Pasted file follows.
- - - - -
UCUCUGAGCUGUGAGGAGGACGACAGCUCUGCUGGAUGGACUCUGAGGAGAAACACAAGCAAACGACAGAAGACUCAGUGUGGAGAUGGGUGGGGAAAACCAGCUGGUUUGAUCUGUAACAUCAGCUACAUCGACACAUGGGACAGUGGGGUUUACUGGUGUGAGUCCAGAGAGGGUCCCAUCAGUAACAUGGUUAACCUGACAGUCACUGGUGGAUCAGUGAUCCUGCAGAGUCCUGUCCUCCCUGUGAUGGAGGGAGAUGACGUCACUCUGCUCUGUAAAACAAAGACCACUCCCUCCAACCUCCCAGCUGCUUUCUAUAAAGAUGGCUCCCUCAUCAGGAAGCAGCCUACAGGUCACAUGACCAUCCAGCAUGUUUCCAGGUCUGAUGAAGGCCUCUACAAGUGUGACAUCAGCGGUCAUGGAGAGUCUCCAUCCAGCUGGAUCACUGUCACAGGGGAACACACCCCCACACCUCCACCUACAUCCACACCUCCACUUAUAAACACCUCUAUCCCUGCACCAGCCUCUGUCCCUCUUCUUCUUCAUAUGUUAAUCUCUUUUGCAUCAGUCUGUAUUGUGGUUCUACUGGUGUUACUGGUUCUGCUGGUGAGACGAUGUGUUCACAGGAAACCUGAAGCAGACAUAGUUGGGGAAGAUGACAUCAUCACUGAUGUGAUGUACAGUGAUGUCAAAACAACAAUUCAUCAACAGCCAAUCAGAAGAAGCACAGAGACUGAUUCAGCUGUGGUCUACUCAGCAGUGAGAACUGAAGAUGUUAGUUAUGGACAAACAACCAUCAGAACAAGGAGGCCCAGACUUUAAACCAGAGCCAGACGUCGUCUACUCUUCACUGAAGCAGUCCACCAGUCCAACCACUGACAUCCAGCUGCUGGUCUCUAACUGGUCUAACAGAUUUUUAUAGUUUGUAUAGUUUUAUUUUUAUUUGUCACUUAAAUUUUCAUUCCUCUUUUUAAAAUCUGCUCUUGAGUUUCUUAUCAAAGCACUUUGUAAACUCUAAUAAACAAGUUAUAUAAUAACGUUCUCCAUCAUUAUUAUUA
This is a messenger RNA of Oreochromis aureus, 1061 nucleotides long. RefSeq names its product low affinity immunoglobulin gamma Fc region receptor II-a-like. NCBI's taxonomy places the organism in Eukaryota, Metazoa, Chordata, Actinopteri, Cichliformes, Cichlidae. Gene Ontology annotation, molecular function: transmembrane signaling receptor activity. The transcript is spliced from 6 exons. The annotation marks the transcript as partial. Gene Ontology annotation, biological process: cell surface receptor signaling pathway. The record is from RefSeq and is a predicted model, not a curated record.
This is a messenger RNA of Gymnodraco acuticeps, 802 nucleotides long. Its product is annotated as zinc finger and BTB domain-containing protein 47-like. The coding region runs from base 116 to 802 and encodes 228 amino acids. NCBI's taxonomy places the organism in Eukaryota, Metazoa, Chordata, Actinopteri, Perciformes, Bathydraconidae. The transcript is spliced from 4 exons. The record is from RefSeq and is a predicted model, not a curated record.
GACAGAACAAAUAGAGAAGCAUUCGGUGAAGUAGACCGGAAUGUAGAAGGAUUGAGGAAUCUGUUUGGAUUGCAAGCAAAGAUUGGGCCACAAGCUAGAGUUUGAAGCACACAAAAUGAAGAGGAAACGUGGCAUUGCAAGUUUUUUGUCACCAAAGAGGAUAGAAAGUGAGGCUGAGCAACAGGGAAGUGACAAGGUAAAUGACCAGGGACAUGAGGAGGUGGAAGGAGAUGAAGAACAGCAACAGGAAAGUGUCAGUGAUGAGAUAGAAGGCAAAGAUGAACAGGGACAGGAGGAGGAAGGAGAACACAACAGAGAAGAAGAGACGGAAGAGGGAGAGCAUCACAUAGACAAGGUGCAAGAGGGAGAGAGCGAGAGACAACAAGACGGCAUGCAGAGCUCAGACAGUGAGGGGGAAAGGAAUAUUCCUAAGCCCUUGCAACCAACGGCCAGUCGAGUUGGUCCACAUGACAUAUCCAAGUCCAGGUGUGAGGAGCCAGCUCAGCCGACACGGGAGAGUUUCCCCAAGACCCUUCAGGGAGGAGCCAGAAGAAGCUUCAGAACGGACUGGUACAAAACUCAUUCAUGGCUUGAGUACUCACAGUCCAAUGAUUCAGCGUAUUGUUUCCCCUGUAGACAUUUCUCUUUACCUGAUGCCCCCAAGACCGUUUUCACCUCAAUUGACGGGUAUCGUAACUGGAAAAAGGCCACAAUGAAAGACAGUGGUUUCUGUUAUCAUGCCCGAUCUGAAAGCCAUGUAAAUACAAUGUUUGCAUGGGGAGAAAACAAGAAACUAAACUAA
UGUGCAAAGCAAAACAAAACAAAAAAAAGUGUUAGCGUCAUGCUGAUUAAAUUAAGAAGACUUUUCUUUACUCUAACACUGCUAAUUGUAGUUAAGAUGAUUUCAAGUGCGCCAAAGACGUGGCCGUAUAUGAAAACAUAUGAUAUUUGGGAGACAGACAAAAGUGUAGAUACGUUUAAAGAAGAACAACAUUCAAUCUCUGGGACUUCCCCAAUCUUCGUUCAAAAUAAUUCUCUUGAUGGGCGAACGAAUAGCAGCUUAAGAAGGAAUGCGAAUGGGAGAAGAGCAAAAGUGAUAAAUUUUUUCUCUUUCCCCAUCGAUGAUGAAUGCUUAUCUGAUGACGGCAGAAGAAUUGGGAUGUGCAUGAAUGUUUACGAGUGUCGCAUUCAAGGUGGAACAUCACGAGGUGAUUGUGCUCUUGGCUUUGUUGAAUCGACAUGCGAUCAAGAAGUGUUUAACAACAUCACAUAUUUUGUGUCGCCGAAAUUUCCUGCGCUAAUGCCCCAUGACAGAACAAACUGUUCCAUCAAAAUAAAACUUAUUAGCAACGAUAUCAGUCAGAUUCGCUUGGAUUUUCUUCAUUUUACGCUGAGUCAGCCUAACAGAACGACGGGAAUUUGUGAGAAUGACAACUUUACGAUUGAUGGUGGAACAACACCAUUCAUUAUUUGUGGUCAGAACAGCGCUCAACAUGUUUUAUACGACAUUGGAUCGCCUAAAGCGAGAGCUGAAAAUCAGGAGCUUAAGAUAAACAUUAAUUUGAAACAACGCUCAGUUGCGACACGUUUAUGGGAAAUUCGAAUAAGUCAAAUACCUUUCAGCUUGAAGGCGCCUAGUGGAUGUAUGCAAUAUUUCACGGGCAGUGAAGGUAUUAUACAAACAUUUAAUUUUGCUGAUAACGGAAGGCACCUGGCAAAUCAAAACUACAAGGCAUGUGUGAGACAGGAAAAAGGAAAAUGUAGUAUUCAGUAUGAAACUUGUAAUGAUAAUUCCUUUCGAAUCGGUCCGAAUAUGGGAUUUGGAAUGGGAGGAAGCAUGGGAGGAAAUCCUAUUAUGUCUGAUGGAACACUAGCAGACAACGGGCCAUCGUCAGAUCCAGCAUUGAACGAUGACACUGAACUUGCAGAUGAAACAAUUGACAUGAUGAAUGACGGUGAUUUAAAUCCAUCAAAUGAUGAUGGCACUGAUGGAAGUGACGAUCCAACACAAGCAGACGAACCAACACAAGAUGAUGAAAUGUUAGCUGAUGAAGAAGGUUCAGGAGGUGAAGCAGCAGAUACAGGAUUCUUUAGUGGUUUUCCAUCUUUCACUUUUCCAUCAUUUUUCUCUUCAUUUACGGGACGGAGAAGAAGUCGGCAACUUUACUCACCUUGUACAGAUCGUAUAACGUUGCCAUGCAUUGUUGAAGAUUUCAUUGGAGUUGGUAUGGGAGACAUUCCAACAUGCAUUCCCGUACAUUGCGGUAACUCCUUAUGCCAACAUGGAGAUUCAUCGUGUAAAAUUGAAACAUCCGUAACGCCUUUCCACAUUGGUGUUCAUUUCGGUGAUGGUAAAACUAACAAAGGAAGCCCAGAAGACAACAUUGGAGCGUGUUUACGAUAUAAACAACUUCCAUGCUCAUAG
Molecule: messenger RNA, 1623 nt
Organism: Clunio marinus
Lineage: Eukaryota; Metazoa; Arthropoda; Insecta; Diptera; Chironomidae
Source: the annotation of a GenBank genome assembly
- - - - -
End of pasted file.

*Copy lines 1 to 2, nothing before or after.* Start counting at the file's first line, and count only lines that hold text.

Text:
UCUCUGAGCUGUGAGGAGGACGACAGCUCUGCUGGAUGGACUCUGAGGAGAAACACAAGCAAACGACAGAAGACUCAGUGUGGAGAUGGGUGGGGAAAACCAGCUGGUUUGAUCUGUAACAUCAGCUACAUCGACACAUGGGACAGUGGGGUUUACUGGUGUGAGUCCAGAGAGGGUCCCAUCAGUAACAUGGUUAACCUGACAGUCACUGGUGGAUCAGUGAUCCUGCAGAGUCCUGUCCUCCCUGUGAUGGAGGGAGAUGACGUCACUCUGCUCUGUAAAACAAAGACCACUCCCUCCAACCUCCCAGCUGCUUUCUAUAAAGAUGGCUCCCUCAUCAGGAAGCAGCCUACAGGUCACAUGACCAUCCAGCAUGUUUCCAGGUCUGAUGAAGGCCUCUACAAGUGUGACAUCAGCGGUCAUGGAGAGUCUCCAUCCAGCUGGAUCACUGUCACAGGGGAACACACCCCCACACCUCCACCUACAUCCACACCUCCACUUAUAAACACCUCUAUCCCUGCACCAGCCUCUGUCCCUCUUCUUCUUCAUAUGUUAAUCUCUUUUGCAUCAGUCUGUAUUGUGGUUCUACUGGUGUUACUGGUUCUGCUGGUGAGACGAUGUGUUCACAGGAAACCUGAAGCAGACAUAGUUGGGGAAGAUGACAUCAUCACUGAUGUGAUGUACAGUGAUGUCAAAACAACAAUUCAUCAACAGCCAAUCAGAAGAAGCACAGAGACUGAUUCAGCUGUGGUCUACUCAGCAGUGAGAACUGAAGAUGUUAGUUAUGGACAAACAACCAUCAGAACAAGGAGGCCCAGACUUUAAACCAGAGCCAGACGUCGUCUACUCUUCACUGAAGCAGUCCACCAGUCCAACCACUGACAUCCAGCUGCUGGUCUCUAACUGGUCUAACAGAUUUUUAUAGUUUGUAUAGUUUUAUUUUUAUUUGUCACUUAAAUUUUCAUUCCUCUUUUUAAAAUCUGCUCUUGAGUUUCUUAUCAAAGCACUUUGUAAACUCUAAUAAACAAGUUAUAUAAUAACGUUCUCCAUCAUUAUUAUUA
This is a messenger RNA of Oreochromis aureus, 1061 nucleotides long. RefSeq names its product low affinity immunoglobulin gamma Fc region receptor II-a-like. NCBI's taxonomy places the organism in Eukaryota, Metazoa, Chordata, Actinopteri, Cichliformes, Cichlidae. Gene Ontology annotation, molecular function: transmembrane signaling receptor activity. The transcript is spliced from 6 exons. The annotation marks the transcript as partial. Gene Ontology annotation, biological process: cell surface receptor signaling pathway. The record is from RefSeq and is a predicted model, not a curated record.